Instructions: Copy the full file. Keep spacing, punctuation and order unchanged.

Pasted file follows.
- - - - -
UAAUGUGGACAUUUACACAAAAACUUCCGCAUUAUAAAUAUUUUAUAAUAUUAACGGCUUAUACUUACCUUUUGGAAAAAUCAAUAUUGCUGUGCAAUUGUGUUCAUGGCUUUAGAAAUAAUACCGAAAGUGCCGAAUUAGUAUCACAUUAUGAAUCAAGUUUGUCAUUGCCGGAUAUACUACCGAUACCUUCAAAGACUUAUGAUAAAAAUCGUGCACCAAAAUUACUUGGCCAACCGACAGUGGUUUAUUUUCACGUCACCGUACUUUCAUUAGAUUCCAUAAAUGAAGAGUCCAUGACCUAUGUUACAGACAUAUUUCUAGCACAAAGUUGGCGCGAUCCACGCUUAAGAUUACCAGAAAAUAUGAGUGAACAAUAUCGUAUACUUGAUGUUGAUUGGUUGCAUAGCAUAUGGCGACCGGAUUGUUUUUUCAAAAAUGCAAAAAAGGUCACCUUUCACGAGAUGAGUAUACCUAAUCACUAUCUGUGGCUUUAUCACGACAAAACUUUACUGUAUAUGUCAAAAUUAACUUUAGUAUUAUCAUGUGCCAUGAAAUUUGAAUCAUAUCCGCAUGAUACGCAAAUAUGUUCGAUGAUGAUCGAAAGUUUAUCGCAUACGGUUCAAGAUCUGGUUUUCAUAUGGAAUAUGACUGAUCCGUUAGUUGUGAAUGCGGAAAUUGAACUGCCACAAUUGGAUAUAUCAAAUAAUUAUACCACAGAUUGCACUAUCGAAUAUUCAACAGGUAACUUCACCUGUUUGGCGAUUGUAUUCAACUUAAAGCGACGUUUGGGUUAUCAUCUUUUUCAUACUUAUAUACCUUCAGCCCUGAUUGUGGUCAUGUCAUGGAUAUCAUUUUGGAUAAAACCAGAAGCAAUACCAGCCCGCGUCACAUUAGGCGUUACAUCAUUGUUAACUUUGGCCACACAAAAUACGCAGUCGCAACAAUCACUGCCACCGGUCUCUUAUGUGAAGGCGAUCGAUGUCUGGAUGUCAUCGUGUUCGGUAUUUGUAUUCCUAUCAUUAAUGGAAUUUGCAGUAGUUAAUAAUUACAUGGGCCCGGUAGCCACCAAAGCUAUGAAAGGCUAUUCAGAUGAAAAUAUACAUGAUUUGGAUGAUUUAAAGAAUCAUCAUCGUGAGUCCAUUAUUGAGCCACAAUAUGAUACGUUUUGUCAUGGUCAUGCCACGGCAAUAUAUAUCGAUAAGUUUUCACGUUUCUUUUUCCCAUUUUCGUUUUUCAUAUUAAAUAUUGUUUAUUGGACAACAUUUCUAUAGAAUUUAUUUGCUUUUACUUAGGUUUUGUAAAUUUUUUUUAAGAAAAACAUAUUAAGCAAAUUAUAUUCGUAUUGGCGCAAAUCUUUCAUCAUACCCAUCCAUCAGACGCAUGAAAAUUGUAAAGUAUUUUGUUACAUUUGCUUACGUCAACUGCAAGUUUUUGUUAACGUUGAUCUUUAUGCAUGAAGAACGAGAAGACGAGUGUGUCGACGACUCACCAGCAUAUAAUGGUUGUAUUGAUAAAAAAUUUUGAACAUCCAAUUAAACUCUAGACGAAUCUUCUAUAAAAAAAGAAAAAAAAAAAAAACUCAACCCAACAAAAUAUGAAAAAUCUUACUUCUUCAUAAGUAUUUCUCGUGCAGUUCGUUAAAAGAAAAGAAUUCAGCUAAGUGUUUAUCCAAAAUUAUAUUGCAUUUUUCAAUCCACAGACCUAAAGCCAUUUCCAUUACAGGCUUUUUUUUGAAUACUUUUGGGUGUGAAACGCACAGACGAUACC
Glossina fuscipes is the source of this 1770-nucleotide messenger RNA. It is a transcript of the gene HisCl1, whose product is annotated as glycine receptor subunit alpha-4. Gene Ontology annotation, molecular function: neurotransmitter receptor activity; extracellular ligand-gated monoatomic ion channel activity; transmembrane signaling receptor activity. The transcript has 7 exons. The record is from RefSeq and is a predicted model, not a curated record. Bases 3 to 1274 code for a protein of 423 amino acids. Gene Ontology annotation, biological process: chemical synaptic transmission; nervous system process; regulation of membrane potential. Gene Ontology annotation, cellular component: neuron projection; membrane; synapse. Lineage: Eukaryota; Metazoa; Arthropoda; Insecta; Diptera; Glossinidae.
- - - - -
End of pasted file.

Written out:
UAAUGUGGACAUUUACACAAAAACUUCCGCAUUAUAAAUAUUUUAUAAUAUUAACGGCUUAUACUUACCUUUUGGAAAAAUCAAUAUUGCUGUGCAAUUGUGUUCAUGGCUUUAGAAAUAAUACCGAAAGUGCCGAAUUAGUAUCACAUUAUGAAUCAAGUUUGUCAUUGCCGGAUAUACUACCGAUACCUUCAAAGACUUAUGAUAAAAAUCGUGCACCAAAAUUACUUGGCCAACCGACAGUGGUUUAUUUUCACGUCACCGUACUUUCAUUAGAUUCCAUAAAUGAAGAGUCCAUGACCUAUGUUACAGACAUAUUUCUAGCACAAAGUUGGCGCGAUCCACGCUUAAGAUUACCAGAAAAUAUGAGUGAACAAUAUCGUAUACUUGAUGUUGAUUGGUUGCAUAGCAUAUGGCGACCGGAUUGUUUUUUCAAAAAUGCAAAAAAGGUCACCUUUCACGAGAUGAGUAUACCUAAUCACUAUCUGUGGCUUUAUCACGACAAAACUUUACUGUAUAUGUCAAAAUUAACUUUAGUAUUAUCAUGUGCCAUGAAAUUUGAAUCAUAUCCGCAUGAUACGCAAAUAUGUUCGAUGAUGAUCGAAAGUUUAUCGCAUACGGUUCAAGAUCUGGUUUUCAUAUGGAAUAUGACUGAUCCGUUAGUUGUGAAUGCGGAAAUUGAACUGCCACAAUUGGAUAUAUCAAAUAAUUAUACCACAGAUUGCACUAUCGAAUAUUCAACAGGUAACUUCACCUGUUUGGCGAUUGUAUUCAACUUAAAGCGACGUUUGGGUUAUCAUCUUUUUCAUACUUAUAUACCUUCAGCCCUGAUUGUGGUCAUGUCAUGGAUAUCAUUUUGGAUAAAACCAGAAGCAAUACCAGCCCGCGUCACAUUAGGCGUUACAUCAUUGUUAACUUUGGCCACACAAAAUACGCAGUCGCAACAAUCACUGCCACCGGUCUCUUAUGUGAAGGCGAUCGAUGUCUGGAUGUCAUCGUGUUCGGUAUUUGUAUUCCUAUCAUUAAUGGAAUUUGCAGUAGUUAAUAAUUACAUGGGCCCGGUAGCCACCAAAGCUAUGAAAGGCUAUUCAGAUGAAAAUAUACAUGAUUUGGAUGAUUUAAAGAAUCAUCAUCGUGAGUCCAUUAUUGAGCCACAAUAUGAUACGUUUUGUCAUGGUCAUGCCACGGCAAUAUAUAUCGAUAAGUUUUCACGUUUCUUUUUCCCAUUUUCGUUUUUCAUAUUAAAUAUUGUUUAUUGGACAACAUUUCUAUAGAAUUUAUUUGCUUUUACUUAGGUUUUGUAAAUUUUUUUUAAGAAAAACAUAUUAAGCAAAUUAUAUUCGUAUUGGCGCAAAUCUUUCAUCAUACCCAUCCAUCAGACGCAUGAAAAUUGUAAAGUAUUUUGUUACAUUUGCUUACGUCAACUGCAAGUUUUUGUUAACGUUGAUCUUUAUGCAUGAAGAACGAGAAGACGAGUGUGUCGACGACUCACCAGCAUAUAAUGGUUGUAUUGAUAAAAAAUUUUGAACAUCCAAUUAAACUCUAGACGAAUCUUCUAUAAAAAAAGAAAAAAAAAAAAAACUCAACCCAACAAAAUAUGAAAAAUCUUACUUCUUCAUAAGUAUUUCUCGUGCAGUUCGUUAAAAGAAAAGAAUUCAGCUAAGUGUUUAUCCAAAAUUAUAUUGCAUUUUUCAAUCCACAGACCUAAAGCCAUUUCCAUUACAGGCUUUUUUUUGAAUACUUUUGGGUGUGAAACGCACAGACGAUACC
Glossina fuscipes is the source of this 1770-nucleotide messenger RNA. It is a transcript of the gene HisCl1, whose product is annotated as glycine receptor subunit alpha-4. Gene Ontology annotation, molecular function: neurotransmitter receptor activity; extracellular ligand-gated monoatomic ion channel activity; transmembrane signaling receptor activity. The transcript has 7 exons. The record is from RefSeq and is a predicted model, not a curated record. Bases 3 to 1274 code for a protein of 423 amino acids. Gene Ontology annotation, biological process: chemical synaptic transmission; nervous system process; regulation of membrane potential. Gene Ontology annotation, cellular component: neuron projection; membrane; synapse. Lineage: Eukaryota; Metazoa; Arthropoda; Insecta; Diptera; Glossinidae.